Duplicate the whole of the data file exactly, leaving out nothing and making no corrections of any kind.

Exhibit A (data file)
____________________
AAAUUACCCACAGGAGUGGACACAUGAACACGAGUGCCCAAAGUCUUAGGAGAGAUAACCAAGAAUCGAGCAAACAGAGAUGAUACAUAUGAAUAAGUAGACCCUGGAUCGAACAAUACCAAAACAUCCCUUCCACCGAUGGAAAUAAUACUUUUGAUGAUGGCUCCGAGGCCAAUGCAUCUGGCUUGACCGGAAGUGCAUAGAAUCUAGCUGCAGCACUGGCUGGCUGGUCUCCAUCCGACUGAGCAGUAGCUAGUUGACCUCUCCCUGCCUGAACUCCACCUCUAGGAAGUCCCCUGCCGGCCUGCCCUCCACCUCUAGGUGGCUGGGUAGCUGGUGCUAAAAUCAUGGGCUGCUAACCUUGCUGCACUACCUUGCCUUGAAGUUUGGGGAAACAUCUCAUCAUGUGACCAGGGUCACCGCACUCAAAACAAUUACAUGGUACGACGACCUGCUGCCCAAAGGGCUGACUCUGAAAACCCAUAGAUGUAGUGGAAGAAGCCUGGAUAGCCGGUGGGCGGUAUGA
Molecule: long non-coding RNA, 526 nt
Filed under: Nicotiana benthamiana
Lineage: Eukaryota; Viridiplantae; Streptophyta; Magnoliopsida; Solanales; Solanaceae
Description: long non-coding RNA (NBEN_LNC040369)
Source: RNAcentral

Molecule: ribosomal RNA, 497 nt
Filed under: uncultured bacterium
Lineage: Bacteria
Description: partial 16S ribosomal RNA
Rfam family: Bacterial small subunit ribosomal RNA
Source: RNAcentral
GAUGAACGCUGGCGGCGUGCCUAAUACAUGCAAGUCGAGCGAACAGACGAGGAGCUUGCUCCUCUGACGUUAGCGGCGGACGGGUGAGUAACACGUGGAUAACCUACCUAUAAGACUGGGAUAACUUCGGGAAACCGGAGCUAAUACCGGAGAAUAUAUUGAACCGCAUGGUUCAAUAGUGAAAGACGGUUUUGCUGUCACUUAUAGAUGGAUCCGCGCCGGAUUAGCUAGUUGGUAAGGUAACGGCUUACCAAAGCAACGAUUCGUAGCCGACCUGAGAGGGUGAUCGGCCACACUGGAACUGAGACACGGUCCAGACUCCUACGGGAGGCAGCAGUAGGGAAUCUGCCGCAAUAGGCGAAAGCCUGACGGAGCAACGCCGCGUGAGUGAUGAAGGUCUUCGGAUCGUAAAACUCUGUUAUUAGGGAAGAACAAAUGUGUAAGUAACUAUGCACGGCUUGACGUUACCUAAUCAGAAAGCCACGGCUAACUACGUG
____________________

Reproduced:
AAAUUACCCACAGGAGUGGACACAUGAACACGAGUGCCCAAAGUCUUAGGAGAGAUAACCAAGAAUCGAGCAAACAGAGAUGAUACAUAUGAAUAAGUAGACCCUGGAUCGAACAAUACCAAAACAUCCCUUCCACCGAUGGAAAUAAUACUUUUGAUGAUGGCUCCGAGGCCAAUGCAUCUGGCUUGACCGGAAGUGCAUAGAAUCUAGCUGCAGCACUGGCUGGCUGGUCUCCAUCCGACUGAGCAGUAGCUAGUUGACCUCUCCCUGCCUGAACUCCACCUCUAGGAAGUCCCCUGCCGGCCUGCCCUCCACCUCUAGGUGGCUGGGUAGCUGGUGCUAAAAUCAUGGGCUGCUAACCUUGCUGCACUACCUUGCCUUGAAGUUUGGGGAAACAUCUCAUCAUGUGACCAGGGUCACCGCACUCAAAACAAUUACAUGGUACGACGACCUGCUGCCCAAAGGGCUGACUCUGAAAACCCAUAGAUGUAGUGGAAGAAGCCUGGAUAGCCGGUGGGCGGUAUGA
Molecule: long non-coding RNA, 526 nt
Filed under: Nicotiana benthamiana
Lineage: Eukaryota; Viridiplantae; Streptophyta; Magnoliopsida; Solanales; Solanaceae
Description: long non-coding RNA (NBEN_LNC040369)
Source: RNAcentral

Molecule: ribosomal RNA, 497 nt
Filed under: uncultured bacterium
Lineage: Bacteria
Description: partial 16S ribosomal RNA
Rfam family: Bacterial small subunit ribosomal RNA
Source: RNAcentral
GAUGAACGCUGGCGGCGUGCCUAAUACAUGCAAGUCGAGCGAACAGACGAGGAGCUUGCUCCUCUGACGUUAGCGGCGGACGGGUGAGUAACACGUGGAUAACCUACCUAUAAGACUGGGAUAACUUCGGGAAACCGGAGCUAAUACCGGAGAAUAUAUUGAACCGCAUGGUUCAAUAGUGAAAGACGGUUUUGCUGUCACUUAUAGAUGGAUCCGCGCCGGAUUAGCUAGUUGGUAAGGUAACGGCUUACCAAAGCAACGAUUCGUAGCCGACCUGAGAGGGUGAUCGGCCACACUGGAACUGAGACACGGUCCAGACUCCUACGGGAGGCAGCAGUAGGGAAUCUGCCGCAAUAGGCGAAAGCCUGACGGAGCAACGCCGCGUGAGUGAUGAAGGUCUUCGGAUCGUAAAACUCUGUUAUUAGGGAAGAACAAAUGUGUAAGUAACUAUGCACGGCUUGACGUUACCUAAUCAGAAAGCCACGGCUAACUACGUG